• Assessment

    The University's policy on Assessment for Coursework Programs is based on the following four principles:

    1. Assessment must encourage and reinforce learning.
    2. Assessment must enable robust and fair judgements about student performance.
    3. Assessment practices must be fair and equitable to students and give them the opportunity to demonstrate what they have learned.
    4. Assessment must maintain academic standards.

    Assessment Summary
    Provisional. Assessment may include written assignments, class presentations, essay(s), leading face-to-face discussion, participation in group work, and exam.
    Assessment Related Requirements
    Assessment related requirements are set out in the Discipline of English and Creative Writing Handbook. 
    Assessment Detail
    Assessment details are to be announced.
    Instructions about assessment submission will be given as part of the information about each particular assessment task. Policies on deadlines and lateness are in the Discipline of English and Creative Writing Handbook.
    Course Grading

    Grades for your performance in this course will be awarded in accordance with the following scheme:

    M10 (Coursework Mark Scheme)
    Grade Mark Description
    FNS   Fail No Submission
    F 1-49 Fail
    P 50-64 Pass
    C 65-74 Credit
    D 75-84 Distinction
    HD 85-100 High Distinction
    CN   Continuing
    NFE   No Formal Examination
    RP   Result Pending

    Further details of the grades/results can be obtained from Examinations.

    Grade Descriptors are available which provide a general guide to the standard of work that is expected at each grade level. More information at Assessment for Coursework Programs.

    Final results for this course will be made available through Access Adelaide.

  • Student Feedback

    The University places a high priority on approaches to learning and teaching that enhance the student experience. Feedback is sought from students in a variety of ways including on-going engagement with staff, the use of online discussion boards and the use of Student Experience of Learning and Teaching (SELT) surveys as well as GOS surveys and Program reviews.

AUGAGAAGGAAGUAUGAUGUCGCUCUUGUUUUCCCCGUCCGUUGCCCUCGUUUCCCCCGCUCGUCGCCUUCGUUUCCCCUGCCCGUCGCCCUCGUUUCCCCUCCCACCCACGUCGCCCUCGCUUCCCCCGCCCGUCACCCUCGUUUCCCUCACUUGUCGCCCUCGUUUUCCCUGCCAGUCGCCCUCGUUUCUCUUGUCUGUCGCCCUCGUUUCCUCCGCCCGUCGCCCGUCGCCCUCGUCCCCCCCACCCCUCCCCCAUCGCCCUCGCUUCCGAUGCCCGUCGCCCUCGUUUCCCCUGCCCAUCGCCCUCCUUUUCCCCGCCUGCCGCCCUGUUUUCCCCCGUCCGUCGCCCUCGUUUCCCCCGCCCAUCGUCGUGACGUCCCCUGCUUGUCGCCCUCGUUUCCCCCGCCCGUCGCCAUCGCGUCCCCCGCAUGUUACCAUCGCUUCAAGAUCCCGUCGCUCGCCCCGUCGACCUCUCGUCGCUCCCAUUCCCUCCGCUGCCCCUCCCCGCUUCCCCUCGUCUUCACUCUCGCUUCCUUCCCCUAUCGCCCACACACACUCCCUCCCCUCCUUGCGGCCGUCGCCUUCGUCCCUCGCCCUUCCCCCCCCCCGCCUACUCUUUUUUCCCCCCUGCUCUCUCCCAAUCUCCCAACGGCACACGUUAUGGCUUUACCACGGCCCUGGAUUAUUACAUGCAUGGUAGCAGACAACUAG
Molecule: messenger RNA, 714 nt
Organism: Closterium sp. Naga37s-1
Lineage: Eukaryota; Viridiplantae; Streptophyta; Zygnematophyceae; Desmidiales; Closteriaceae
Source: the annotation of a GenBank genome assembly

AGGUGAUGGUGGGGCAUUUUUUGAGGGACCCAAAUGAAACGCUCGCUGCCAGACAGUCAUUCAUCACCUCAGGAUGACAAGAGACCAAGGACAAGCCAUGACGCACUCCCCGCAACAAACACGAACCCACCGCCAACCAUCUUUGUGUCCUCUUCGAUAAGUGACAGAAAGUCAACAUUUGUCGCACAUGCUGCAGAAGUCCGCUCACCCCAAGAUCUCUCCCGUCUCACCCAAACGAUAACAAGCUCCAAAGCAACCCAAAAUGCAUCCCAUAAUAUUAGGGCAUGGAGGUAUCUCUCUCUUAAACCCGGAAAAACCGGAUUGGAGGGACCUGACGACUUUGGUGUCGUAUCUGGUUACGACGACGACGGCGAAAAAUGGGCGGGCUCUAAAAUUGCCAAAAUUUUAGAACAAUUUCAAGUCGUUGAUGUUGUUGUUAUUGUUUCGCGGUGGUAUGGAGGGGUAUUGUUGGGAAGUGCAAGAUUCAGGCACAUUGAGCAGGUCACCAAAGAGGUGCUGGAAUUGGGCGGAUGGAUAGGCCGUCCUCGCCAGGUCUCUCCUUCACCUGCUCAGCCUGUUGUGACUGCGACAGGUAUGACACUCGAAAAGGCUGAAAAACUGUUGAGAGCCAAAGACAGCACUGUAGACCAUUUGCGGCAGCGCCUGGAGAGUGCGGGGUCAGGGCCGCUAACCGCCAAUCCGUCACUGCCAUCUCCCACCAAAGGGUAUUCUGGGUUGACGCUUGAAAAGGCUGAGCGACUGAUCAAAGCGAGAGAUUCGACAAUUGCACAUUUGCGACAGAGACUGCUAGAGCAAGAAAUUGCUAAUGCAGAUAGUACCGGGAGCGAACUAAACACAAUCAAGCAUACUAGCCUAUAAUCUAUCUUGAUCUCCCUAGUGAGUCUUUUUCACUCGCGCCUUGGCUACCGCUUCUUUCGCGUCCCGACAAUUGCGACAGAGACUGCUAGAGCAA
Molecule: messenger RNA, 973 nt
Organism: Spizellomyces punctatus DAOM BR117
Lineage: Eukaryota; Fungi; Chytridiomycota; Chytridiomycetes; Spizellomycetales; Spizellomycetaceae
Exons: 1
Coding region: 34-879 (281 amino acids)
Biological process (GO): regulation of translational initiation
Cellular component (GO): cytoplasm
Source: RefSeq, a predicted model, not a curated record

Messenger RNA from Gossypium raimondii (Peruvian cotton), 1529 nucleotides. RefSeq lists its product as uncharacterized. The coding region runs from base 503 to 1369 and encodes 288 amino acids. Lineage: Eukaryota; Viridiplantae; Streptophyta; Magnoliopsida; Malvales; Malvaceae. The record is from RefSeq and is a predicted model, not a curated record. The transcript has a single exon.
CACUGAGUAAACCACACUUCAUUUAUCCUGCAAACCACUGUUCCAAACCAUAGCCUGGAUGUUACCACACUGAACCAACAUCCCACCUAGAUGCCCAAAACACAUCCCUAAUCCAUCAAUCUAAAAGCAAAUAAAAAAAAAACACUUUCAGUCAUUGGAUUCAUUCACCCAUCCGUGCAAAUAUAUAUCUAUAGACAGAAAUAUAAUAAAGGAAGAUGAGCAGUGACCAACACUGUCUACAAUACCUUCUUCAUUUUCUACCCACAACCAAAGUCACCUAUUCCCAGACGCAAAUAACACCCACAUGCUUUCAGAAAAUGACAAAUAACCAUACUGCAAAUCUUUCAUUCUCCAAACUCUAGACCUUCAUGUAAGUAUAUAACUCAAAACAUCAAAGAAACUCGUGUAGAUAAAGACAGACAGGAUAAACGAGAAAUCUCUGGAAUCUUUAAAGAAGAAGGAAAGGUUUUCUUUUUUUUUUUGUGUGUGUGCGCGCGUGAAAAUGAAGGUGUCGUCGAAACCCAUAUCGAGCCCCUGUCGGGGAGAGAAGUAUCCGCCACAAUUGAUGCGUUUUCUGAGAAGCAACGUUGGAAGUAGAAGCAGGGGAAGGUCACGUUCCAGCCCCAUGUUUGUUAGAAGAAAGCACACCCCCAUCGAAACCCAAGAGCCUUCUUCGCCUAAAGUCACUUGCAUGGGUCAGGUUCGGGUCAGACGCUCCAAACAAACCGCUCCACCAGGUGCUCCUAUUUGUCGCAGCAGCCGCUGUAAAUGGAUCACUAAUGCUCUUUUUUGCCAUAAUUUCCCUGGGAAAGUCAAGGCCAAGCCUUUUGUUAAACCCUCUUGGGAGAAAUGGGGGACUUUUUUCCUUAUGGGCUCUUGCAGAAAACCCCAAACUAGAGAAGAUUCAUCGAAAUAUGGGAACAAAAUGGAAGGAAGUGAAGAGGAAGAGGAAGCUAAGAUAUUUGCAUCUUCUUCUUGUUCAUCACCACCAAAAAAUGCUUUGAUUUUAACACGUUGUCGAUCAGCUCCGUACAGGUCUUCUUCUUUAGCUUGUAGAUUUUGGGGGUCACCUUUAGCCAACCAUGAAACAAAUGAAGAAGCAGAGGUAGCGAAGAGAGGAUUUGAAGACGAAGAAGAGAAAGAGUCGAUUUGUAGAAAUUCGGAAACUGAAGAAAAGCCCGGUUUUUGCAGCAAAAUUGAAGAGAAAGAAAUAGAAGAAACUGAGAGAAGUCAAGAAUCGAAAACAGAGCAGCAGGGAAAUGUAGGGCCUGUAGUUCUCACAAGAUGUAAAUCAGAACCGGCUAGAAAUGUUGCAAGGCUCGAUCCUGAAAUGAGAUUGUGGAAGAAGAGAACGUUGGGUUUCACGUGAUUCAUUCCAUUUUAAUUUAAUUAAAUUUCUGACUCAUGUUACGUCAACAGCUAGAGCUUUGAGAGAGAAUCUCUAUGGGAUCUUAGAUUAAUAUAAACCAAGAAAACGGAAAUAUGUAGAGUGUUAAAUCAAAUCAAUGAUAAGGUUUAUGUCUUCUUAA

SELTs are an important source of information to inform individual teaching practice, decisions about teaching duties, and course and program curriculum design. They enable the University to assess how effectively its learning environments and teaching practices facilitate student engagement and learning outcomes. Under the current SELT Policy (http://www.adelaide.edu.au/policies/101/) course SELTs are mandated and must be conducted at the conclusion of each term/semester/trimester for every course offering. Feedback on issues raised through course SELT surveys is made available to enrolled students through various resources (e.g. MyUni). In addition aggregated course SELT data is available.

  • Student Support
  • Policies & Guidelines
  • Fraud Awareness

    Students are reminded that in order to maintain the academic integrity of all programs and courses, the university has a zero-tolerance approach to students offering money or significant value goods or services to any staff member who is involved in their teaching or assessment. Students offering lecturers or tutors or professional staff anything more than a small token of appreciation is totally unacceptable, in any circumstances. Staff members are obliged to report all such incidents to their supervisor/manager, who will refer them for action under the university's student’s disciplinary procedures.

The University of Adelaide is committed to regular reviews of the courses and programs it offers to students. The University of Adelaide therefore reserves the right to discontinue or vary programs and courses without notice. Please read the important information contained in the disclaimer.